Below are my complete clinic notes on Etude No. 2, “The Slow Etude,” from this year’s Texas TMEA All-State Soprano Clarinet Etudes. Watch for my notes on Etudes 1 and 3 coming soon! Check out my previous posts on the all-state etudes: CLICK HERE.
ClarinetMike’s Texas TMEA All-State Clarinet Clinic 2016-17: Soprano Clarinet Etude No. 2, “The Slow Etude”
Dr. Michael Dean “ClarinetMike”
“Building Great Clarinetists”
BG France Performing Artist
Clarinet Performing, Teaching and Consulting
Hurst, Texas, USA
email@example.com * 682-888-7639
clarinetmike.com * clarinetmike.wordpress.com
Etude Book: David Hite editor, Artistic Studies, Book 1 – From the French School [Rose Etudes]. Published by Southern Music (For official TMEA listing, click HERE.)
Note: Cyrille Rose (1830-1902) was a very important clarinet teacher at the Paris Conservatory and 1st clarinetist with the Paris Opera orchestra. Rose did not compose these etudes, but he adapted and enhanced etudes written for other instruments. He “clarinetized” them.
Practice Tip: Load accurate information when practicing. Use the Rhy-No Practice Technique with BOLD Dynamics.
Etude 2, Adagio cantabile, Page: 61, Key: Bb Major (and G minor), Etude Title: 32 Etudes, No. 16, Play from beginning to end. Tempo: Eight Note = 88-100 [learn and perform in 8].
Errata: m8 – four notes before the end of the measure should be C natural, not C-sharp
m8 – three notes before the end of the measure should be a Bb
m12 – B-flats, six and seven notes from end of measure should be tied together
m20 – The lower neighbor note in the indicated turn should be B natural (not Bb) (revised 8/28)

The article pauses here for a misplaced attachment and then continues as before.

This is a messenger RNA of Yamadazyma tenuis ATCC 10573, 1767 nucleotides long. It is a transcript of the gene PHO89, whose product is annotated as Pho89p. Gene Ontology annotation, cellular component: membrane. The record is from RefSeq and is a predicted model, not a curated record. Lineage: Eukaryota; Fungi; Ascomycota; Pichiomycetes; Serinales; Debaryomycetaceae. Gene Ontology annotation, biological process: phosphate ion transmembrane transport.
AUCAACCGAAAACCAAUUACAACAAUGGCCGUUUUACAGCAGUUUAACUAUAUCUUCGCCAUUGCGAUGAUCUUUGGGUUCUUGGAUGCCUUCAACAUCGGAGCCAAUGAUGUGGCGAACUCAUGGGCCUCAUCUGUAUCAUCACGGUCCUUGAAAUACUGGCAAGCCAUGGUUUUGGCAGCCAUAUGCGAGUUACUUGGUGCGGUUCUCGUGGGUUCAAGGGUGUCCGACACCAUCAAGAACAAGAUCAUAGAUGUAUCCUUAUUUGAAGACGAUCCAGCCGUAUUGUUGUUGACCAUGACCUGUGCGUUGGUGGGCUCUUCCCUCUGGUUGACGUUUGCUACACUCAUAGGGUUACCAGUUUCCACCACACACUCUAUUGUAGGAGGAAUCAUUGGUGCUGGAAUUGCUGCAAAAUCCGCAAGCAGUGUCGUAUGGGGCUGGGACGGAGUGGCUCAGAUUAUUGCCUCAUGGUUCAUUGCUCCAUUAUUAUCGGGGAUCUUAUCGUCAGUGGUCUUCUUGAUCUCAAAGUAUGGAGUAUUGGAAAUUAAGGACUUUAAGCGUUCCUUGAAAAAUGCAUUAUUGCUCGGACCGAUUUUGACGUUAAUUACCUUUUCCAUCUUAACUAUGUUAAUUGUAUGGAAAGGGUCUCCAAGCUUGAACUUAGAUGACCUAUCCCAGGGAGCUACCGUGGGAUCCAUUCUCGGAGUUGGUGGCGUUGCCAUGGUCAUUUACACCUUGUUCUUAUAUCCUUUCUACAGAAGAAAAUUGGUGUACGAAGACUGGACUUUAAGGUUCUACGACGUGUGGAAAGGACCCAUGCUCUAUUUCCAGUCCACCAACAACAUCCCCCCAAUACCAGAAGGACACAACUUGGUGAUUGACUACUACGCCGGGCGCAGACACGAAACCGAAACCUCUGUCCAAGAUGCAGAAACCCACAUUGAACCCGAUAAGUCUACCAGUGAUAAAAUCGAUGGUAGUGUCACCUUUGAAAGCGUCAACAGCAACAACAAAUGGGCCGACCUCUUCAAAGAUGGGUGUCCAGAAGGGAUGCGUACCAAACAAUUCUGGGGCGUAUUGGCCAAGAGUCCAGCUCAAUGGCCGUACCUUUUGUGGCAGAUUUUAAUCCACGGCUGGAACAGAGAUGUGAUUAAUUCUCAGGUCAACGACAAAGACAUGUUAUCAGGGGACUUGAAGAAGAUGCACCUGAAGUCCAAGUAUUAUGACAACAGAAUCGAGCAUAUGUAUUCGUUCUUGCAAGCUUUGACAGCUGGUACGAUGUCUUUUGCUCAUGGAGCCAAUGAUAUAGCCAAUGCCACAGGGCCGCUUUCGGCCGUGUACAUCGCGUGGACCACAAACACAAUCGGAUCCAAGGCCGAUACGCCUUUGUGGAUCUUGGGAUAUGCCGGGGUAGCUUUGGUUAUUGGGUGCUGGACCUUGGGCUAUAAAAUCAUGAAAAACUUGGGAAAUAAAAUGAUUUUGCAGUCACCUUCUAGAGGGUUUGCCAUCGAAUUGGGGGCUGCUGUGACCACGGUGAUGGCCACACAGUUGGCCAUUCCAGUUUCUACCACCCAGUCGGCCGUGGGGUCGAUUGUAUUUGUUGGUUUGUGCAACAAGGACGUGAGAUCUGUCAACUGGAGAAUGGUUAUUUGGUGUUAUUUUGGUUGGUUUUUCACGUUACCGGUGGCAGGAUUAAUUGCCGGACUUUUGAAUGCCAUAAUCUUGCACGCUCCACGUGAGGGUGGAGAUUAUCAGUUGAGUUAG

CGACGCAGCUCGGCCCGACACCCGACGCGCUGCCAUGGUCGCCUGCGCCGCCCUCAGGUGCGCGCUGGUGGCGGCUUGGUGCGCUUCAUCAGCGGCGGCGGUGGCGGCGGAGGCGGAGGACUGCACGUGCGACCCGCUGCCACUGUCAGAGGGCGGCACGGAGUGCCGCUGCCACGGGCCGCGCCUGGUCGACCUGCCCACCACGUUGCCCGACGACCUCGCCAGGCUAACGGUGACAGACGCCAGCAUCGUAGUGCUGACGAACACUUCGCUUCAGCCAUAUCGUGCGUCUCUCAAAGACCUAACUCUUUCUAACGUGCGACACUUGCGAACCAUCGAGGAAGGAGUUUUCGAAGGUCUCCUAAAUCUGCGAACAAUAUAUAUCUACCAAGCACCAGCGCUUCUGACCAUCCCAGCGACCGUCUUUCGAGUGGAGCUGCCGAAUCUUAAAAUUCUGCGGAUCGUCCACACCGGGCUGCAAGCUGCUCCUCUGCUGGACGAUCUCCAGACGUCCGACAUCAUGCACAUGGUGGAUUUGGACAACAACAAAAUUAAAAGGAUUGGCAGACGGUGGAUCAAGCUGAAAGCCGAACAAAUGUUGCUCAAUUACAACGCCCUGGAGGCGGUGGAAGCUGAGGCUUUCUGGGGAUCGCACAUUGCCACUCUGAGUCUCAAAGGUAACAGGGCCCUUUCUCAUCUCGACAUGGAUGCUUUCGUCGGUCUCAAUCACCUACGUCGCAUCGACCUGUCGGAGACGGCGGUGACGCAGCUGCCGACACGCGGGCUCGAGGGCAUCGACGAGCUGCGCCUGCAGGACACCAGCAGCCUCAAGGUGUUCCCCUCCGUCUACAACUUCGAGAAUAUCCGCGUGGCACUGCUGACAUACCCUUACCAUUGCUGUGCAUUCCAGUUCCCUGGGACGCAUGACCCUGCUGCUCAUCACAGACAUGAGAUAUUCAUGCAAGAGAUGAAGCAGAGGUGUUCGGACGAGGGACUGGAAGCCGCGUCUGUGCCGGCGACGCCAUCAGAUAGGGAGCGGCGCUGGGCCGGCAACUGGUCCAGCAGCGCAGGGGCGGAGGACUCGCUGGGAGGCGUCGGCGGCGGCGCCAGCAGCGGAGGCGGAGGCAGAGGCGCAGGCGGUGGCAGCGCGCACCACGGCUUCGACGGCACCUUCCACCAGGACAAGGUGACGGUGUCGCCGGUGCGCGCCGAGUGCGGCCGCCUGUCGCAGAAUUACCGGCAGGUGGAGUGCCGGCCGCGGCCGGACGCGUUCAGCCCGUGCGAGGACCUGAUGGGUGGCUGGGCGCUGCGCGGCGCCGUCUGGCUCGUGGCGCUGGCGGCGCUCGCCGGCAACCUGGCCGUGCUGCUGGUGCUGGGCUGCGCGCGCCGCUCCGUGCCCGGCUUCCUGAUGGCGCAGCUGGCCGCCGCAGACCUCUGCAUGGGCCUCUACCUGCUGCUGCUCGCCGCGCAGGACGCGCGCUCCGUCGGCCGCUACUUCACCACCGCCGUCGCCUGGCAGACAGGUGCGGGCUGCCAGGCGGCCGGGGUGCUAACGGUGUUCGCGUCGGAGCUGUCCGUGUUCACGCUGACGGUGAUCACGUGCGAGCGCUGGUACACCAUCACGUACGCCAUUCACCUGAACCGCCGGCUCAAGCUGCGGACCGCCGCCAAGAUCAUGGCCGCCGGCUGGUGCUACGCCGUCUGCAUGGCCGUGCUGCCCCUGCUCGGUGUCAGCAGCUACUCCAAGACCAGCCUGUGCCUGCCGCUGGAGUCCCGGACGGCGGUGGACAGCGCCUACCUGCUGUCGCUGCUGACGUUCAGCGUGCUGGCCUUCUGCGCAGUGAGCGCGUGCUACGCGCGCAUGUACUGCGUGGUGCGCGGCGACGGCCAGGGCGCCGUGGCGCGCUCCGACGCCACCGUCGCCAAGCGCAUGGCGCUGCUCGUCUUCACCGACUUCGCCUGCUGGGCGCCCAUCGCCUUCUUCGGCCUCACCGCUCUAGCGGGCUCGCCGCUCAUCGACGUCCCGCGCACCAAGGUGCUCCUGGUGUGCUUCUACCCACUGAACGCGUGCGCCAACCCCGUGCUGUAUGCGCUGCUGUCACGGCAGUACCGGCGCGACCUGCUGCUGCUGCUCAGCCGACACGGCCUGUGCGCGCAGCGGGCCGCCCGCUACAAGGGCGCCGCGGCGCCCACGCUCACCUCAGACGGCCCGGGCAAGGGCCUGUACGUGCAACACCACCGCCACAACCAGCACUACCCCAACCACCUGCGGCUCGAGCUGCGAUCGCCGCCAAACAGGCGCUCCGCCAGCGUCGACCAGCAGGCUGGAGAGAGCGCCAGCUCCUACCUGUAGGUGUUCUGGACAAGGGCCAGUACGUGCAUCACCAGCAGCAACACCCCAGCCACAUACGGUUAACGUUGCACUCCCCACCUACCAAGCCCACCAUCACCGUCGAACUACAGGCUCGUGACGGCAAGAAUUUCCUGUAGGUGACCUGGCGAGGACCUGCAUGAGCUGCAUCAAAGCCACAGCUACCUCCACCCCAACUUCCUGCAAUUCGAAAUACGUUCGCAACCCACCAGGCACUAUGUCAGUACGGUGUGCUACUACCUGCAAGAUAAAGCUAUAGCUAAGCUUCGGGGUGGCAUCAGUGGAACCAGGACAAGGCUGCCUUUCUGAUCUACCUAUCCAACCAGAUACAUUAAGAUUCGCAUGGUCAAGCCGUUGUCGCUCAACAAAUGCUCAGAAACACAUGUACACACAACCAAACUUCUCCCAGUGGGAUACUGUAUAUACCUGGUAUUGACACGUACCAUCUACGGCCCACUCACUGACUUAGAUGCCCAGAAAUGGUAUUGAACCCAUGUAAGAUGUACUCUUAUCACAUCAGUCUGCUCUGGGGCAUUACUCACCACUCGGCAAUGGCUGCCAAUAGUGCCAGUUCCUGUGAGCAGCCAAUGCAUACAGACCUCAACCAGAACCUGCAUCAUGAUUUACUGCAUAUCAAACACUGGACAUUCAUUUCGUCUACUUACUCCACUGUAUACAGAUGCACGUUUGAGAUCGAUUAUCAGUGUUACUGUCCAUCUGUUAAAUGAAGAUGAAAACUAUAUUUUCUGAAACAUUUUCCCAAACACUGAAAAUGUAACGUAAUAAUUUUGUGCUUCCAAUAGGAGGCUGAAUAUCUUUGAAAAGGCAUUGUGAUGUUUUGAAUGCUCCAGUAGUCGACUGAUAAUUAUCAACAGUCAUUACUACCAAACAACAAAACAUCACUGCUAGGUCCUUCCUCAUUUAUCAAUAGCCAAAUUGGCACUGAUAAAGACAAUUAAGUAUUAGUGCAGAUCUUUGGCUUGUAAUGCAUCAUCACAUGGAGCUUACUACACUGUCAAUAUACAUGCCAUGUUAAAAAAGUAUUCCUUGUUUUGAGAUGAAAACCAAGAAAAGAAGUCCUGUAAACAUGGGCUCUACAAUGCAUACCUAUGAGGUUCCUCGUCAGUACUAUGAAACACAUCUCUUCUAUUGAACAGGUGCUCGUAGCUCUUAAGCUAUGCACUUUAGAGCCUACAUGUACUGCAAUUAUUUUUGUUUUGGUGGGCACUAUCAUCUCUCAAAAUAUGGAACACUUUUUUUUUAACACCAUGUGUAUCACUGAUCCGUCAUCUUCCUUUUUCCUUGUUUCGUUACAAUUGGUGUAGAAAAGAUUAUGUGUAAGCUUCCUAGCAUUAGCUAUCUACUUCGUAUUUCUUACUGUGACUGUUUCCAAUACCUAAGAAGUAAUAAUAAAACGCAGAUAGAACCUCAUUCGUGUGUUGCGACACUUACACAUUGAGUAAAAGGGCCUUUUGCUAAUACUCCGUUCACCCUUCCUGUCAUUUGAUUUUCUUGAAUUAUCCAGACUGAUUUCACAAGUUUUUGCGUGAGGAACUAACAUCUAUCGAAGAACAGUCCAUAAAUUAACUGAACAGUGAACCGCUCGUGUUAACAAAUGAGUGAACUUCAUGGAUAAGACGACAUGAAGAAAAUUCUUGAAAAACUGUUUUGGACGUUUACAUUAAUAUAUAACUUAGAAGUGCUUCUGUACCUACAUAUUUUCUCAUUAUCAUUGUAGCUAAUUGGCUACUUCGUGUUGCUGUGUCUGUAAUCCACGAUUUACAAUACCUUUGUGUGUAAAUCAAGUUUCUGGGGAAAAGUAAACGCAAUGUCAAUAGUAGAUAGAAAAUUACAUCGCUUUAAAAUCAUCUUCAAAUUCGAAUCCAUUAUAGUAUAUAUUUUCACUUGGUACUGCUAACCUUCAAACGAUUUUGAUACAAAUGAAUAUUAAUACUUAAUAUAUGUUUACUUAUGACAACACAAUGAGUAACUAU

Composer and Style: This Rose etude is based on an etude by court oboist Franz Wilhelm Ferling (1796-1874). Ferling wrote this etude in the style of a Bel Canto Aria likely being influenced by Italian Opera (www.idrs.org/scores/ferling/introduction.html). This excellent slow etude is LOADED with opportunities for emotional musical expression and creativity. THINK OPERA! Recall that Rose himself was 1st clarinetist with the Paris Opera orchestra for 34 years. So, Opera, Opera, Opera! “Wear Your Heart on Your Sleeve” and make the judges cry!!
Overview: Slow etude in the style of a Romantic Era opera aria with 4 major issues: Tone, Phrasing (especially Dynamic Contrasts), Thirty-seconds and Cadenza in P1, and Technique in P3.
Sections and Phrases: Etude breaks down into 4 clear phrases: P1 = m1-m9, P2 = m10-m21, P3 = m22-m29, and P4 = m29-end.
Tempo: I suggest learning and performing this etude in 8 with eighth note as the beat (one eighth note = one beat). While it is possible to count the etude in 4 in quarter notes, I think the slow tempo makes it difficult to keep a consistently steady beat and keep rhythmic patterns proportional.